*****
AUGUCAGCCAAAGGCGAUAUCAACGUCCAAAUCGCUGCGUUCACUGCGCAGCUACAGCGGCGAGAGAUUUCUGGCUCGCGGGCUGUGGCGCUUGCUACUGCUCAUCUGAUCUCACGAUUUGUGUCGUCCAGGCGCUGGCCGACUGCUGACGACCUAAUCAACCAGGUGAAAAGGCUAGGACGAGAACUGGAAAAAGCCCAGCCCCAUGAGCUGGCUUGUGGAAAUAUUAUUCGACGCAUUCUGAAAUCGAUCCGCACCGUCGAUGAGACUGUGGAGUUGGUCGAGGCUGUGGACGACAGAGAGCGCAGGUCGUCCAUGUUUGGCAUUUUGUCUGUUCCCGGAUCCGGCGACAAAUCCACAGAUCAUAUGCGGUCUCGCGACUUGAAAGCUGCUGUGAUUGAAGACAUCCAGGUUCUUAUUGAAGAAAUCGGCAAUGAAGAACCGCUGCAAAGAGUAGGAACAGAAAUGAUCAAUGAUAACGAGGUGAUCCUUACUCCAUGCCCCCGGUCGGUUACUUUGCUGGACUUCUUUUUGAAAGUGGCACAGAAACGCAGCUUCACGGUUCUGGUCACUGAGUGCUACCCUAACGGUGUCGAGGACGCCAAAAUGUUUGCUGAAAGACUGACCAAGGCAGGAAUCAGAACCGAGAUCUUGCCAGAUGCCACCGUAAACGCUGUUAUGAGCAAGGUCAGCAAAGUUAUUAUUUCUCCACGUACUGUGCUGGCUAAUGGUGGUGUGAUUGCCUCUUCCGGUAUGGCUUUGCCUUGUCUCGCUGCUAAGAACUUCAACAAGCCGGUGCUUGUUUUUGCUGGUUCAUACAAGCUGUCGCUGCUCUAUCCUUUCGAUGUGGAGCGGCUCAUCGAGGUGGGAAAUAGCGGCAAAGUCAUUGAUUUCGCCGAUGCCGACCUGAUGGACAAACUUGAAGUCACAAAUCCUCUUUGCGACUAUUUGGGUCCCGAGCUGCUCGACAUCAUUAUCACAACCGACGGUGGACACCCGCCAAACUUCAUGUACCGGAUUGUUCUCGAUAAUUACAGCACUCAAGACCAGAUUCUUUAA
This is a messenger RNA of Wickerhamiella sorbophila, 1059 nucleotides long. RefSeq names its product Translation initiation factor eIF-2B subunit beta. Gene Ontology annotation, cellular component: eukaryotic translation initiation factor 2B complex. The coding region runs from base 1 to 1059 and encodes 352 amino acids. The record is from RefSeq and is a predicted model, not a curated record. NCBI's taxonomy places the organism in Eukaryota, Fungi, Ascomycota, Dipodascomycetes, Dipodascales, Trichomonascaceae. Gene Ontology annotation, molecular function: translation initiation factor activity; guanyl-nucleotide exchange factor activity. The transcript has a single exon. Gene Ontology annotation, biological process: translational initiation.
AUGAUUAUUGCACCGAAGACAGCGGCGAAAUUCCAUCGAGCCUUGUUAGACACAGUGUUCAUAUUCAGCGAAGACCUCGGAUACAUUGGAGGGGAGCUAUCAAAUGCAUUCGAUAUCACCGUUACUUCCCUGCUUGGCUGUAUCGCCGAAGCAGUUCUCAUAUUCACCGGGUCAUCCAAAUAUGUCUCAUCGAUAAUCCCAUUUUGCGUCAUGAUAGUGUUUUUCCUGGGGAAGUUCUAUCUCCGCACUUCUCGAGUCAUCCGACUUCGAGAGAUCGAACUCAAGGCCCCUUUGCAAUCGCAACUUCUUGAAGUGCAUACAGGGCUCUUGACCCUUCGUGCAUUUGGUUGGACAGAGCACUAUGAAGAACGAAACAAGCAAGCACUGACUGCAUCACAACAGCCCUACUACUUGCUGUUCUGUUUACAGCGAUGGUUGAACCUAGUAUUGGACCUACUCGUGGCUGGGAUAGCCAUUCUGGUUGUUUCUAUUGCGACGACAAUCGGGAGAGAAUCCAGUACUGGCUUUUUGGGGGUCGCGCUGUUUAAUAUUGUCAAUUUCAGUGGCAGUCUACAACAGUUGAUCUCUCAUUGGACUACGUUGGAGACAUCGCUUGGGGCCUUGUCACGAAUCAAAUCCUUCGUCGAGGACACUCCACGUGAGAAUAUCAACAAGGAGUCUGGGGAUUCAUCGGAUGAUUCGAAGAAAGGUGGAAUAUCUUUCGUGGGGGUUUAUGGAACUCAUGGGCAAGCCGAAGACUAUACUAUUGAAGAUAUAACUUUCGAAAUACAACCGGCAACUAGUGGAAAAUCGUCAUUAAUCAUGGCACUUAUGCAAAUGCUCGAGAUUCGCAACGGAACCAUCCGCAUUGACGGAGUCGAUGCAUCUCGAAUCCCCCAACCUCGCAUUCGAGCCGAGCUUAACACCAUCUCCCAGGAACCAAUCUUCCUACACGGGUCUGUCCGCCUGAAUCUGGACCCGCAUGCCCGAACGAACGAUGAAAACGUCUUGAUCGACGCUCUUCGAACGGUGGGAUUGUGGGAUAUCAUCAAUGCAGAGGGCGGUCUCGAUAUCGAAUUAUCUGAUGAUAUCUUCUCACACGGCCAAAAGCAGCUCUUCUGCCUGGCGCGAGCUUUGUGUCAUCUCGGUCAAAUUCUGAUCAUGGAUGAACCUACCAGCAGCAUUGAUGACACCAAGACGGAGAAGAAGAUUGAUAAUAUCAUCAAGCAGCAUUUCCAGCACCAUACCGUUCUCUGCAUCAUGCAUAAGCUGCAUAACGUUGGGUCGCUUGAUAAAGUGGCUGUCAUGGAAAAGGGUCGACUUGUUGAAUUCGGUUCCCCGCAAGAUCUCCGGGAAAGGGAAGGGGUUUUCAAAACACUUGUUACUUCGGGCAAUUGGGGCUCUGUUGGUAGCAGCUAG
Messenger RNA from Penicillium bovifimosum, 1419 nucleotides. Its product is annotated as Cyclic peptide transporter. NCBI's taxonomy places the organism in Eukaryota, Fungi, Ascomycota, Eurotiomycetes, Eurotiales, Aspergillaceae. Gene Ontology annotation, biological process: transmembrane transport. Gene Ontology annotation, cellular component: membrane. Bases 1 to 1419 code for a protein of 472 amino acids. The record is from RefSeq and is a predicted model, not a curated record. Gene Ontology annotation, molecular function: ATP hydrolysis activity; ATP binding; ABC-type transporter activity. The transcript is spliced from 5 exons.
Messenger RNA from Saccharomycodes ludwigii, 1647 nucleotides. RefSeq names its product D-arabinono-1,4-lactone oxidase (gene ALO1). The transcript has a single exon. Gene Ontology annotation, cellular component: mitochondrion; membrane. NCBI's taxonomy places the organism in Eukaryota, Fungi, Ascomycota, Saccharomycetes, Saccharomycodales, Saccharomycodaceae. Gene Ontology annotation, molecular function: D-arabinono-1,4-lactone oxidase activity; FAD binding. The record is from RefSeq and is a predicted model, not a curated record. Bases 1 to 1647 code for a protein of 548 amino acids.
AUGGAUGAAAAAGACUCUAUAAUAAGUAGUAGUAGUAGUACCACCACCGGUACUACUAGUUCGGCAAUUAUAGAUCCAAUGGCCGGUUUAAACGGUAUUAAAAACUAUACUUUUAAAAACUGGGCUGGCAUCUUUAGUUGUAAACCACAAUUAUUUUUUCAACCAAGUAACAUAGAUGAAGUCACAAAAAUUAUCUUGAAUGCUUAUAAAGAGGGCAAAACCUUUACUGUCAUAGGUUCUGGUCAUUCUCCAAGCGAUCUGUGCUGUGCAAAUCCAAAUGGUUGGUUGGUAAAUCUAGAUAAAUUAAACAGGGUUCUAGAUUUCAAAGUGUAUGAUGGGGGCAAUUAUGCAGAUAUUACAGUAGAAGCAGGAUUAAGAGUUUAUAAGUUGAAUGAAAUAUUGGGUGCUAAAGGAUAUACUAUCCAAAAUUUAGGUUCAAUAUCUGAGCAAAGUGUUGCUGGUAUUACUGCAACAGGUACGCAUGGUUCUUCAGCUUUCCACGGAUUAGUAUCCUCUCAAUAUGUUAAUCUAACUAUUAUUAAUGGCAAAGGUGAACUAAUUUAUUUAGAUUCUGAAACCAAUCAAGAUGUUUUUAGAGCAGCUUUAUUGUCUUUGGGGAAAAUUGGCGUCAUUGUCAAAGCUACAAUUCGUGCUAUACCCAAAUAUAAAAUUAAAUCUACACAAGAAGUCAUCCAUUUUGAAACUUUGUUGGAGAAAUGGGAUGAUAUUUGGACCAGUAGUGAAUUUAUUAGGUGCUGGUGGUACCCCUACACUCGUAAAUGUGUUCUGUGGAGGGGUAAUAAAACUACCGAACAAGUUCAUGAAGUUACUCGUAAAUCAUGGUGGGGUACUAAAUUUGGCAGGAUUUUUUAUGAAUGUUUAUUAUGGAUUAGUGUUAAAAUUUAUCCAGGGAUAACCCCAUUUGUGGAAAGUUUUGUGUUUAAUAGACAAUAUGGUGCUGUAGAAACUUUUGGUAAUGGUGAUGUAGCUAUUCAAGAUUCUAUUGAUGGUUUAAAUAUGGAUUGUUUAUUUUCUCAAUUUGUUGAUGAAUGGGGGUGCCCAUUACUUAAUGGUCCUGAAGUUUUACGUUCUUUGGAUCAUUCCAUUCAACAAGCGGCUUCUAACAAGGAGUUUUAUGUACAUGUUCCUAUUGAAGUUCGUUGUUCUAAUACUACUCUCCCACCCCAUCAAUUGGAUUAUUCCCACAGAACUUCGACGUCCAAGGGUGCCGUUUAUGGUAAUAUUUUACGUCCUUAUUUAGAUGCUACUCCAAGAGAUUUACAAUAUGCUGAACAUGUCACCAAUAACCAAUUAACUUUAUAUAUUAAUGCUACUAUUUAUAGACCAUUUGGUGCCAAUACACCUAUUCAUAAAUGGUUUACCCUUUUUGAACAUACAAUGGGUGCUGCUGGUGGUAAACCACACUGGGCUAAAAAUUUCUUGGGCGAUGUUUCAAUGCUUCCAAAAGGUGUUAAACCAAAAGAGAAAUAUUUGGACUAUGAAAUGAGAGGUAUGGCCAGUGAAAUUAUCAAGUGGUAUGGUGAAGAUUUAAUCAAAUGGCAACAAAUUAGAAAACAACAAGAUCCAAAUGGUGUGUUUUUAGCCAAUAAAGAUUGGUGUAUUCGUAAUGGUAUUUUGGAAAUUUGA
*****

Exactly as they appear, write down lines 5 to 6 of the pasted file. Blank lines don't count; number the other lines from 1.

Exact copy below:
Messenger RNA from Saccharomycodes ludwigii, 1647 nucleotides. RefSeq names its product D-arabinono-1,4-lactone oxidase (gene ALO1). The transcript has a single exon. Gene Ontology annotation, cellular component: mitochondrion; membrane. NCBI's taxonomy places the organism in Eukaryota, Fungi, Ascomycota, Saccharomycetes, Saccharomycodales, Saccharomycodaceae. Gene Ontology annotation, molecular function: D-arabinono-1,4-lactone oxidase activity; FAD binding. The record is from RefSeq and is a predicted model, not a curated record. Bases 1 to 1647 code for a protein of 548 amino acids.
AUGGAUGAAAAAGACUCUAUAAUAAGUAGUAGUAGUAGUACCACCACCGGUACUACUAGUUCGGCAAUUAUAGAUCCAAUGGCCGGUUUAAACGGUAUUAAAAACUAUACUUUUAAAAACUGGGCUGGCAUCUUUAGUUGUAAACCACAAUUAUUUUUUCAACCAAGUAACAUAGAUGAAGUCACAAAAAUUAUCUUGAAUGCUUAUAAAGAGGGCAAAACCUUUACUGUCAUAGGUUCUGGUCAUUCUCCAAGCGAUCUGUGCUGUGCAAAUCCAAAUGGUUGGUUGGUAAAUCUAGAUAAAUUAAACAGGGUUCUAGAUUUCAAAGUGUAUGAUGGGGGCAAUUAUGCAGAUAUUACAGUAGAAGCAGGAUUAAGAGUUUAUAAGUUGAAUGAAAUAUUGGGUGCUAAAGGAUAUACUAUCCAAAAUUUAGGUUCAAUAUCUGAGCAAAGUGUUGCUGGUAUUACUGCAACAGGUACGCAUGGUUCUUCAGCUUUCCACGGAUUAGUAUCCUCUCAAUAUGUUAAUCUAACUAUUAUUAAUGGCAAAGGUGAACUAAUUUAUUUAGAUUCUGAAACCAAUCAAGAUGUUUUUAGAGCAGCUUUAUUGUCUUUGGGGAAAAUUGGCGUCAUUGUCAAAGCUACAAUUCGUGCUAUACCCAAAUAUAAAAUUAAAUCUACACAAGAAGUCAUCCAUUUUGAAACUUUGUUGGAGAAAUGGGAUGAUAUUUGGACCAGUAGUGAAUUUAUUAGGUGCUGGUGGUACCCCUACACUCGUAAAUGUGUUCUGUGGAGGGGUAAUAAAACUACCGAACAAGUUCAUGAAGUUACUCGUAAAUCAUGGUGGGGUACUAAAUUUGGCAGGAUUUUUUAUGAAUGUUUAUUAUGGAUUAGUGUUAAAAUUUAUCCAGGGAUAACCCCAUUUGUGGAAAGUUUUGUGUUUAAUAGACAAUAUGGUGCUGUAGAAACUUUUGGUAAUGGUGAUGUAGCUAUUCAAGAUUCUAUUGAUGGUUUAAAUAUGGAUUGUUUAUUUUCUCAAUUUGUUGAUGAAUGGGGGUGCCCAUUACUUAAUGGUCCUGAAGUUUUACGUUCUUUGGAUCAUUCCAUUCAACAAGCGGCUUCUAACAAGGAGUUUUAUGUACAUGUUCCUAUUGAAGUUCGUUGUUCUAAUACUACUCUCCCACCCCAUCAAUUGGAUUAUUCCCACAGAACUUCGACGUCCAAGGGUGCCGUUUAUGGUAAUAUUUUACGUCCUUAUUUAGAUGCUACUCCAAGAGAUUUACAAUAUGCUGAACAUGUCACCAAUAACCAAUUAACUUUAUAUAUUAAUGCUACUAUUUAUAGACCAUUUGGUGCCAAUACACCUAUUCAUAAAUGGUUUACCCUUUUUGAACAUACAAUGGGUGCUGCUGGUGGUAAACCACACUGGGCUAAAAAUUUCUUGGGCGAUGUUUCAAUGCUUCCAAAAGGUGUUAAACCAAAAGAGAAAUAUUUGGACUAUGAAAUGAGAGGUAUGGCCAGUGAAAUUAUCAAGUGGUAUGGUGAAGAUUUAAUCAAAUGGCAACAAAUUAGAAAACAACAAGAUCCAAAUGGUGUGUUUUUAGCCAAUAAAGAUUGGUGUAUUCGUAAUGGUAUUUUGGAAAUUUGA